Published on September 27th, 2012 | by Steven Hodson0
NASA’s Curiosity Shows Scientists An Ancient River Steambed
We are only at the start of NASA’s adventure on Mars as they live vicariously through their Curiosity rover and its exploration of the red planet but already scientists are discovering new and interesting stuff.
While we have known for a long time that the planet is rich with channels that seemed to indicate that water once flowed on the surface Curiosity has streamed back images to scientists that shows the gravel that lays at the bottom of one channel in the Gale Crater. Now you or I might just shrug our shoulders and think that meh, it’s just gravel, but to scientists like William Dietrich that gravel tells him that the stream would have been flowing at about three feet per second and could have been anywhere from ankle deep to up around your hips.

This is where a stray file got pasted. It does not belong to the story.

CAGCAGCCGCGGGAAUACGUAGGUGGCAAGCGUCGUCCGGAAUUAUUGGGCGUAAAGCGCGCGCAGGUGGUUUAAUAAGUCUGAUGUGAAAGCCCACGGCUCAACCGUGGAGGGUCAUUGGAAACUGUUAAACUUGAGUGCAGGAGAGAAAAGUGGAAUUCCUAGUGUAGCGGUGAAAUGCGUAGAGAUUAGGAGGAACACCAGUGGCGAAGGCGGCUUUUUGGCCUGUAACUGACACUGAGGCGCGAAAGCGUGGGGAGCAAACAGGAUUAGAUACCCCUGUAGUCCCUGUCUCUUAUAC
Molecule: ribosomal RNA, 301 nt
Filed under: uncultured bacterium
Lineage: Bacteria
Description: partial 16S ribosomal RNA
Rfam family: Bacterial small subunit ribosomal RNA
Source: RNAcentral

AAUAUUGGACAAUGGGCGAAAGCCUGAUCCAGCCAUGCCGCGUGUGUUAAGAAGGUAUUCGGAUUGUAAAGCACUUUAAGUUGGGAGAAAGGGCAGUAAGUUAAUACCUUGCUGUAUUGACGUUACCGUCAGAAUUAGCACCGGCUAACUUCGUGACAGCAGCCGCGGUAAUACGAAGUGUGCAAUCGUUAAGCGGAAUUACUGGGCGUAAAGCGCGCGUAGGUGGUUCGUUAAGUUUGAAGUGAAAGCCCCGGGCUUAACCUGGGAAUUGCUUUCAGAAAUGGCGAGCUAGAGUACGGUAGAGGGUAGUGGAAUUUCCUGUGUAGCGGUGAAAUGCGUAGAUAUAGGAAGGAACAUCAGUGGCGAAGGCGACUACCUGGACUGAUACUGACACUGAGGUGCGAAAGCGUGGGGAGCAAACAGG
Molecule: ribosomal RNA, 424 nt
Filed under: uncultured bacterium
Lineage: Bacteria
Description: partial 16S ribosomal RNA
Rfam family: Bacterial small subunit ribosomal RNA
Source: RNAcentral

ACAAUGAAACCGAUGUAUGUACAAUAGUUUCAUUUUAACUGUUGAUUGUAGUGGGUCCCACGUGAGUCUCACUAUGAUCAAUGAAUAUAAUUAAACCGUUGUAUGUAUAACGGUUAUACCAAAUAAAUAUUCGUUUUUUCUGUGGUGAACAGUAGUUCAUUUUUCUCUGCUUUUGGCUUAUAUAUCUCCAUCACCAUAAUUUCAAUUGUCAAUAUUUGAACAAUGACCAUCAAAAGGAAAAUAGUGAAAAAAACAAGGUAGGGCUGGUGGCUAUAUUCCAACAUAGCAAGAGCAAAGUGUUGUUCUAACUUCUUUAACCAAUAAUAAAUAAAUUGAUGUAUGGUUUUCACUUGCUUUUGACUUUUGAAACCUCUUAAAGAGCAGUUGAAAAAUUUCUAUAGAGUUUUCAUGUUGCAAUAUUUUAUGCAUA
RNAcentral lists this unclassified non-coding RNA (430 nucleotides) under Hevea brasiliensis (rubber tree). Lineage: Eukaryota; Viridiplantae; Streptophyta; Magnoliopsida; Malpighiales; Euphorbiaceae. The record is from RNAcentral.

With the information gleaned from those images the scientists studying them can tell by the gravel’s round shape that they had traveled a fair distance and that it most likely came from above the rim of the crater. They are also pretty sure due to the number of channels seen in the images that water was flowing quite frequently.
The rounded shape of the gravel also confirms that the it was carried by water, not wind. NASA says that it might use Curiosity to examine the material holding the outcrop of rocks together as well as the composition of the gravel discovered embedded in the streambed. In doing so, it will give scientists a broader picture of the regional geography, and Mars Science Laboratory Project Scientist John Grotzinger says that NASA may have “already found our first potentially habitable environment,” on the surface of Mars. That is definitely exciting, and we’re looking forward to hearing more about Curiosity’s mission soon.
I second that emotion.
Rock on Curiosity!